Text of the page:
The disposition of A Company 2/503rd was now about thirty-five wounded and thirty effective, a hasty perimeter was made around the wounded. Then at 1140 hours Capt. Milton decided to move the Company further up the ridge to a better defendable position. With heavy artillery cover fire, he moved all his wounded and personnel back to a more secure position.

The new position was assaulted from the northwest at 1220 hour and again on 1245 hours, then continued with sporadic small arms fire. As some defended others were feverishly cutting out an LZ as the situation permitted, Captain Milton was wounded during this action. A medical and ammunition resupply was made into the partially completed LZ.

As Captain Willoughby's Bravo Company 2/503rd completed their insertion into their LZ the Company was ready to move out at 1205 hours and at 1240 hours they made contact with an estimated NVA Platoon, small-arms fire erupted around them before they'd covered much ground. Calling artillery support on the enemy, Willoughby also detected the NVA moving around his left, or east, flank and formed a defensive perimeter.

Air strikes were called in, at 1335 to 1440 hours the A-1E Skyraiders pounded the suspected enemy area with 500 pound bombs, CBU (Cluster bomb units), napalm and strafing runs were directed against the NVA.

At about the same time the air strikes began for Bravo, Charlie Company reached Alpha's earlier LZ. The CS crystals sown by Sexton's platoon had a disastrous effect on Leonard's Paratroopers. They donned their gas masks, but most found the mask's filters had become wet in all the downpours and were no good. Soon, half the Company were on their knees, retching and with snot running from their noses and tears pouring from their eyes.

Company C finally made it to the old laager site where the B Company party met them, then led them back to the besieged perimeter of A Company 2/503rd. Company C 2/503rd was burdened with 2 KlA from the night before and this made their progress to assist A Company more difficult. The link up with A and C Companies were effected at 1420 hours, and immediate attention was directed towards the completion of the LZ.

A team from Company C was sent out to the battle area to locate WIA and to gain information on the enemy's situation. Their retrieval attempt was met with heavy sniper fire from the trees and surrounding area. C Company secured the area and got all WlA and the remainder of A Company 2/503rd extracted to the Brigade main base camp, and the extraction was completed at 1850 hours.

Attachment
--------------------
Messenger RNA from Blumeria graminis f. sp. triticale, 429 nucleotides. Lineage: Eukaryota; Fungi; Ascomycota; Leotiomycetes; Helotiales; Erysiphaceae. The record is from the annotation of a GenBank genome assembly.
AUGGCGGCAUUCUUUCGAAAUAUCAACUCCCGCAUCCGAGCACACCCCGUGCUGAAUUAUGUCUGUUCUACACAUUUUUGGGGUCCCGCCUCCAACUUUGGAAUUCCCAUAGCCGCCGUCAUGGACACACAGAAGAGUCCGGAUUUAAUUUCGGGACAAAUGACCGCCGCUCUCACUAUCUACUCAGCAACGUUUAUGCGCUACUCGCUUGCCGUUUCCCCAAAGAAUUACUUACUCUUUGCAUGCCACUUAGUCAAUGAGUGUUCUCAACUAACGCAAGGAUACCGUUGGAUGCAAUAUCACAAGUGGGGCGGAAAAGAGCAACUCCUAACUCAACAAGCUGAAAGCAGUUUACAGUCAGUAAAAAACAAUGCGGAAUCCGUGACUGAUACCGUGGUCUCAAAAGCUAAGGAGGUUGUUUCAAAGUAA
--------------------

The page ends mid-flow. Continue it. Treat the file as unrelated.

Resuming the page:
Company C 2/503rd laagered on the ridge in A Company's perimeter with one Platoon placed on ambush. And B Company laagered in their area with one Platoon in ambush. Throughout the night artillery was directed against potential NVA routes of withdrawal.

On June 23, 1967 both B and C companies 2/503rd linked up to clear the battle field, police the area for all members of their units, WIAs, KIAs, and MIAs. They discovered a horrendous situation committed by the NVA, over half the KIAs (43 personnel) had suffered head wounds inflicted at close range, indicating that the NVA had executed the wounded during the night. One MIA who was recovered alive had survived the ordeal. The coup de grace had merely stunned him, however his head was split open exposing the skull. The Sky Soldiers that were never in a firefight were sick and horrified.

Search and destroy missions conducted on June 24th through 28th, by B and C Company, the Recon Platoon 2/503rd and augmented by E/17th Calvary, produced substantial evidence of the NVA losses. Much NVA equipment was captured and U.S. equipment recovered. Intelligence findings produced documents and three NVA POW's captured by E/17th Calvary. The enemy unit was identified as the K-6 Battalion, subordinate to B-3 Front (this unit was formerly the 6th NVA Battalion, 24th NVA Regiment and detached to the B-3 Front in August 1966).

Final results of the 2/503rd Infantry action were as follows:

U.S. Losses 76 KIA, 23 WIA, 0 MIA.

GVN losses: 1 ARVN interpreter/advisor KIA, 2 CIDG KIA.

Enemy Losses: 106 NVA KIA (Body count), 407 NVA KIA (POSS), 3 POW.